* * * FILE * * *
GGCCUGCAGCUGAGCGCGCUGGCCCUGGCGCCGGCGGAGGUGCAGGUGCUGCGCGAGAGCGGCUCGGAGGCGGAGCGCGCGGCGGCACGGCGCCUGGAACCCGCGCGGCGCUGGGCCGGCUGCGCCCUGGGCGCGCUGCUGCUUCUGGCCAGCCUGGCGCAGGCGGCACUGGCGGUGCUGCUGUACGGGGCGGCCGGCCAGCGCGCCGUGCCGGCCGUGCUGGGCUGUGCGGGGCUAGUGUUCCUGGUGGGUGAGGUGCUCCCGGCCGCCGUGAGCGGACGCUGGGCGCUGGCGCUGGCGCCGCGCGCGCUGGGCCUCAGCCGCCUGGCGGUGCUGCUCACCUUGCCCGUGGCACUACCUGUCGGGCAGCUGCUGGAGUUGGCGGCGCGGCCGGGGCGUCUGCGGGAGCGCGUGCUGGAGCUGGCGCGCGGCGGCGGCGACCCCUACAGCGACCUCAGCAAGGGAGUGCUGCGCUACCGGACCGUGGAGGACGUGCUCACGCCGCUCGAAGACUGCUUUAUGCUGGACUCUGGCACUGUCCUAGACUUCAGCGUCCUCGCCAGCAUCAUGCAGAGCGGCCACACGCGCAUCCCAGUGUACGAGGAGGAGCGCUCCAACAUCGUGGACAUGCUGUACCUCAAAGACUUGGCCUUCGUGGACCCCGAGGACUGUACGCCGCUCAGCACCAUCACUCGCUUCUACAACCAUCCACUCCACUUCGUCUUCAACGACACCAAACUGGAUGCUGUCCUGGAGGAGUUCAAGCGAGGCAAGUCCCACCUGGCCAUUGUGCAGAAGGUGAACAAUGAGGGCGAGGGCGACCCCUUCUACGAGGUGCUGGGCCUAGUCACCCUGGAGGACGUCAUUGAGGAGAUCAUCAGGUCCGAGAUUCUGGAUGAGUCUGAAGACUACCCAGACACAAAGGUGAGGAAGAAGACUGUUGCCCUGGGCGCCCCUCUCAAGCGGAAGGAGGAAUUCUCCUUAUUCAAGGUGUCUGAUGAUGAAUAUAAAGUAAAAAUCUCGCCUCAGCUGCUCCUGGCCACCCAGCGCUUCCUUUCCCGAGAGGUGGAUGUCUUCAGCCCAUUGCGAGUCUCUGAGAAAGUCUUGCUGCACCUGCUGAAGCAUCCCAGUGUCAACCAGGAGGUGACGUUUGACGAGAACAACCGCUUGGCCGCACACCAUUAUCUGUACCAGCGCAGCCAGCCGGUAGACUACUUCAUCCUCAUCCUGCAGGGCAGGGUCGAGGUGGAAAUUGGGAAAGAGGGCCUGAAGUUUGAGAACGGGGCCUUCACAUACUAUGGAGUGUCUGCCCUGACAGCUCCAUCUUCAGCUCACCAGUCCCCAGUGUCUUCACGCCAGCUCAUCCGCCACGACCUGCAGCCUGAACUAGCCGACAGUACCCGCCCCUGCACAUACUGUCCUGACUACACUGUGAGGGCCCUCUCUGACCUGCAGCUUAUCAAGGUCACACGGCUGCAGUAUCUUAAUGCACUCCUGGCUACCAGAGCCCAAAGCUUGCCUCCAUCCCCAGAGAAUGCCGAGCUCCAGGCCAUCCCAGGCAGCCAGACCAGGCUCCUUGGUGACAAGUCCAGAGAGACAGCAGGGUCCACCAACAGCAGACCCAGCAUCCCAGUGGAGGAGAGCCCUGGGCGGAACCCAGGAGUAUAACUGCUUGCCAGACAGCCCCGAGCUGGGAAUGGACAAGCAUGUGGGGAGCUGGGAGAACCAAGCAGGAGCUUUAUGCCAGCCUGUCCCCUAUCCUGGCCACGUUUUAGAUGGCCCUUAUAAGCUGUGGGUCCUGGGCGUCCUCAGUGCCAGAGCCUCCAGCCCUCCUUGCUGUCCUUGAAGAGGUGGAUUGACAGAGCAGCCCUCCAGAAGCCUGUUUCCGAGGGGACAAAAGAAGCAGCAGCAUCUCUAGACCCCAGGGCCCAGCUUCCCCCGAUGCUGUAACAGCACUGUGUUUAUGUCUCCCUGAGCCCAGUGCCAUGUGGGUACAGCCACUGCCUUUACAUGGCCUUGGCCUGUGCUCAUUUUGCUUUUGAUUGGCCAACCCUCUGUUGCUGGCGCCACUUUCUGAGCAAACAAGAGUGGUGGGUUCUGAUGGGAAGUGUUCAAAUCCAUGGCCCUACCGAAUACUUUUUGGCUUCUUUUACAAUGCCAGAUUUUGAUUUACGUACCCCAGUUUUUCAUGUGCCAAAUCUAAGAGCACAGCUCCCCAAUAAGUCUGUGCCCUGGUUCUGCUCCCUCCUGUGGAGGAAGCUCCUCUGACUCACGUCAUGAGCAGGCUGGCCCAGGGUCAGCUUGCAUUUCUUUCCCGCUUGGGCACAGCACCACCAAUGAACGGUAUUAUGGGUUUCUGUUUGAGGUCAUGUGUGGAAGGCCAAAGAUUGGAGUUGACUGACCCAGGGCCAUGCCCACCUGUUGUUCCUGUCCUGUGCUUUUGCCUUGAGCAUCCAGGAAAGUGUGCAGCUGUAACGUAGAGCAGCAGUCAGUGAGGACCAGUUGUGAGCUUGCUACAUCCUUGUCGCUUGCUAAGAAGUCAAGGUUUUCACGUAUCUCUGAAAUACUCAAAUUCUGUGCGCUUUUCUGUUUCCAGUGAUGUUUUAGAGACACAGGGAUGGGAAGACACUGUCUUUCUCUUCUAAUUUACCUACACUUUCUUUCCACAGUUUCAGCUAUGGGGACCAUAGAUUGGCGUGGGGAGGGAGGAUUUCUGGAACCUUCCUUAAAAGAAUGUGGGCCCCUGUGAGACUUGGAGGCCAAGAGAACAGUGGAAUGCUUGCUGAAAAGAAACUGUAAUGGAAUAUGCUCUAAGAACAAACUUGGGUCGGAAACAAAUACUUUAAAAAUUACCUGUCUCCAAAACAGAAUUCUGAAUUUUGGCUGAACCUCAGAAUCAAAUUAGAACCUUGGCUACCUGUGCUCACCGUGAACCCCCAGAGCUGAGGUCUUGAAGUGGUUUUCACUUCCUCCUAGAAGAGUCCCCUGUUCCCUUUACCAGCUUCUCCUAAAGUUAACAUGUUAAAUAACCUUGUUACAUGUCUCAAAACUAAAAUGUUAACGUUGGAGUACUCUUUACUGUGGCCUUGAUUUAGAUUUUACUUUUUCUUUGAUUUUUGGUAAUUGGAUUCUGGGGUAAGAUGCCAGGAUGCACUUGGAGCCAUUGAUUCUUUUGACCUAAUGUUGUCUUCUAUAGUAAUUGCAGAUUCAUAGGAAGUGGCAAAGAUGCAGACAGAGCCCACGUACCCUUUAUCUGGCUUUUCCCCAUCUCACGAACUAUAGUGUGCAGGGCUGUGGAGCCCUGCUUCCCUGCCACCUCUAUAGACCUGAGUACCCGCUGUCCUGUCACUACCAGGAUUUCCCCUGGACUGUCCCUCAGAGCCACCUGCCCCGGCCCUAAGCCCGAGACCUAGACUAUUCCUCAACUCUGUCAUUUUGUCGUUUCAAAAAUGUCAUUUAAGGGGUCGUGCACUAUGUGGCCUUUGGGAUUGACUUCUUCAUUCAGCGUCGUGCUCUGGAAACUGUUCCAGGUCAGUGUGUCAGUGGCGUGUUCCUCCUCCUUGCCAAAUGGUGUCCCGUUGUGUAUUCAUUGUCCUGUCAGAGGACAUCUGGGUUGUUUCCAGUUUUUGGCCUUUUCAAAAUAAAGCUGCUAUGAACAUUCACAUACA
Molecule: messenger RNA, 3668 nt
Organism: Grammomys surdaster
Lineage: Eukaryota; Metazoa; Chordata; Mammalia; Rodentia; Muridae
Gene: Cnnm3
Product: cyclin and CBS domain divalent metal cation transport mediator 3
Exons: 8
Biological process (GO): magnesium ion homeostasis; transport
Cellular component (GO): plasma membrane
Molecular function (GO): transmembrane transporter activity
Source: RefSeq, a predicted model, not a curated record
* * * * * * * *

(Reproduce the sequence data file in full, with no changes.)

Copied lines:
GGCCUGCAGCUGAGCGCGCUGGCCCUGGCGCCGGCGGAGGUGCAGGUGCUGCGCGAGAGCGGCUCGGAGGCGGAGCGCGCGGCGGCACGGCGCCUGGAACCCGCGCGGCGCUGGGCCGGCUGCGCCCUGGGCGCGCUGCUGCUUCUGGCCAGCCUGGCGCAGGCGGCACUGGCGGUGCUGCUGUACGGGGCGGCCGGCCAGCGCGCCGUGCCGGCCGUGCUGGGCUGUGCGGGGCUAGUGUUCCUGGUGGGUGAGGUGCUCCCGGCCGCCGUGAGCGGACGCUGGGCGCUGGCGCUGGCGCCGCGCGCGCUGGGCCUCAGCCGCCUGGCGGUGCUGCUCACCUUGCCCGUGGCACUACCUGUCGGGCAGCUGCUGGAGUUGGCGGCGCGGCCGGGGCGUCUGCGGGAGCGCGUGCUGGAGCUGGCGCGCGGCGGCGGCGACCCCUACAGCGACCUCAGCAAGGGAGUGCUGCGCUACCGGACCGUGGAGGACGUGCUCACGCCGCUCGAAGACUGCUUUAUGCUGGACUCUGGCACUGUCCUAGACUUCAGCGUCCUCGCCAGCAUCAUGCAGAGCGGCCACACGCGCAUCCCAGUGUACGAGGAGGAGCGCUCCAACAUCGUGGACAUGCUGUACCUCAAAGACUUGGCCUUCGUGGACCCCGAGGACUGUACGCCGCUCAGCACCAUCACUCGCUUCUACAACCAUCCACUCCACUUCGUCUUCAACGACACCAAACUGGAUGCUGUCCUGGAGGAGUUCAAGCGAGGCAAGUCCCACCUGGCCAUUGUGCAGAAGGUGAACAAUGAGGGCGAGGGCGACCCCUUCUACGAGGUGCUGGGCCUAGUCACCCUGGAGGACGUCAUUGAGGAGAUCAUCAGGUCCGAGAUUCUGGAUGAGUCUGAAGACUACCCAGACACAAAGGUGAGGAAGAAGACUGUUGCCCUGGGCGCCCCUCUCAAGCGGAAGGAGGAAUUCUCCUUAUUCAAGGUGUCUGAUGAUGAAUAUAAAGUAAAAAUCUCGCCUCAGCUGCUCCUGGCCACCCAGCGCUUCCUUUCCCGAGAGGUGGAUGUCUUCAGCCCAUUGCGAGUCUCUGAGAAAGUCUUGCUGCACCUGCUGAAGCAUCCCAGUGUCAACCAGGAGGUGACGUUUGACGAGAACAACCGCUUGGCCGCACACCAUUAUCUGUACCAGCGCAGCCAGCCGGUAGACUACUUCAUCCUCAUCCUGCAGGGCAGGGUCGAGGUGGAAAUUGGGAAAGAGGGCCUGAAGUUUGAGAACGGGGCCUUCACAUACUAUGGAGUGUCUGCCCUGACAGCUCCAUCUUCAGCUCACCAGUCCCCAGUGUCUUCACGCCAGCUCAUCCGCCACGACCUGCAGCCUGAACUAGCCGACAGUACCCGCCCCUGCACAUACUGUCCUGACUACACUGUGAGGGCCCUCUCUGACCUGCAGCUUAUCAAGGUCACACGGCUGCAGUAUCUUAAUGCACUCCUGGCUACCAGAGCCCAAAGCUUGCCUCCAUCCCCAGAGAAUGCCGAGCUCCAGGCCAUCCCAGGCAGCCAGACCAGGCUCCUUGGUGACAAGUCCAGAGAGACAGCAGGGUCCACCAACAGCAGACCCAGCAUCCCAGUGGAGGAGAGCCCUGGGCGGAACCCAGGAGUAUAACUGCUUGCCAGACAGCCCCGAGCUGGGAAUGGACAAGCAUGUGGGGAGCUGGGAGAACCAAGCAGGAGCUUUAUGCCAGCCUGUCCCCUAUCCUGGCCACGUUUUAGAUGGCCCUUAUAAGCUGUGGGUCCUGGGCGUCCUCAGUGCCAGAGCCUCCAGCCCUCCUUGCUGUCCUUGAAGAGGUGGAUUGACAGAGCAGCCCUCCAGAAGCCUGUUUCCGAGGGGACAAAAGAAGCAGCAGCAUCUCUAGACCCCAGGGCCCAGCUUCCCCCGAUGCUGUAACAGCACUGUGUUUAUGUCUCCCUGAGCCCAGUGCCAUGUGGGUACAGCCACUGCCUUUACAUGGCCUUGGCCUGUGCUCAUUUUGCUUUUGAUUGGCCAACCCUCUGUUGCUGGCGCCACUUUCUGAGCAAACAAGAGUGGUGGGUUCUGAUGGGAAGUGUUCAAAUCCAUGGCCCUACCGAAUACUUUUUGGCUUCUUUUACAAUGCCAGAUUUUGAUUUACGUACCCCAGUUUUUCAUGUGCCAAAUCUAAGAGCACAGCUCCCCAAUAAGUCUGUGCCCUGGUUCUGCUCCCUCCUGUGGAGGAAGCUCCUCUGACUCACGUCAUGAGCAGGCUGGCCCAGGGUCAGCUUGCAUUUCUUUCCCGCUUGGGCACAGCACCACCAAUGAACGGUAUUAUGGGUUUCUGUUUGAGGUCAUGUGUGGAAGGCCAAAGAUUGGAGUUGACUGACCCAGGGCCAUGCCCACCUGUUGUUCCUGUCCUGUGCUUUUGCCUUGAGCAUCCAGGAAAGUGUGCAGCUGUAACGUAGAGCAGCAGUCAGUGAGGACCAGUUGUGAGCUUGCUACAUCCUUGUCGCUUGCUAAGAAGUCAAGGUUUUCACGUAUCUCUGAAAUACUCAAAUUCUGUGCGCUUUUCUGUUUCCAGUGAUGUUUUAGAGACACAGGGAUGGGAAGACACUGUCUUUCUCUUCUAAUUUACCUACACUUUCUUUCCACAGUUUCAGCUAUGGGGACCAUAGAUUGGCGUGGGGAGGGAGGAUUUCUGGAACCUUCCUUAAAAGAAUGUGGGCCCCUGUGAGACUUGGAGGCCAAGAGAACAGUGGAAUGCUUGCUGAAAAGAAACUGUAAUGGAAUAUGCUCUAAGAACAAACUUGGGUCGGAAACAAAUACUUUAAAAAUUACCUGUCUCCAAAACAGAAUUCUGAAUUUUGGCUGAACCUCAGAAUCAAAUUAGAACCUUGGCUACCUGUGCUCACCGUGAACCCCCAGAGCUGAGGUCUUGAAGUGGUUUUCACUUCCUCCUAGAAGAGUCCCCUGUUCCCUUUACCAGCUUCUCCUAAAGUUAACAUGUUAAAUAACCUUGUUACAUGUCUCAAAACUAAAAUGUUAACGUUGGAGUACUCUUUACUGUGGCCUUGAUUUAGAUUUUACUUUUUCUUUGAUUUUUGGUAAUUGGAUUCUGGGGUAAGAUGCCAGGAUGCACUUGGAGCCAUUGAUUCUUUUGACCUAAUGUUGUCUUCUAUAGUAAUUGCAGAUUCAUAGGAAGUGGCAAAGAUGCAGACAGAGCCCACGUACCCUUUAUCUGGCUUUUCCCCAUCUCACGAACUAUAGUGUGCAGGGCUGUGGAGCCCUGCUUCCCUGCCACCUCUAUAGACCUGAGUACCCGCUGUCCUGUCACUACCAGGAUUUCCCCUGGACUGUCCCUCAGAGCCACCUGCCCCGGCCCUAAGCCCGAGACCUAGACUAUUCCUCAACUCUGUCAUUUUGUCGUUUCAAAAAUGUCAUUUAAGGGGUCGUGCACUAUGUGGCCUUUGGGAUUGACUUCUUCAUUCAGCGUCGUGCUCUGGAAACUGUUCCAGGUCAGUGUGUCAGUGGCGUGUUCCUCCUCCUUGCCAAAUGGUGUCCCGUUGUGUAUUCAUUGUCCUGUCAGAGGACAUCUGGGUUGUUUCCAGUUUUUGGCCUUUUCAAAAUAAAGCUGCUAUGAACAUUCACAUACA
Molecule: messenger RNA, 3668 nt
Organism: Grammomys surdaster
Lineage: Eukaryota; Metazoa; Chordata; Mammalia; Rodentia; Muridae
Gene: Cnnm3
Product: cyclin and CBS domain divalent metal cation transport mediator 3
Exons: 8
Biological process (GO): magnesium ion homeostasis; transport
Cellular component (GO): plasma membrane
Molecular function (GO): transmembrane transporter activity
Source: RefSeq, a predicted model, not a curated record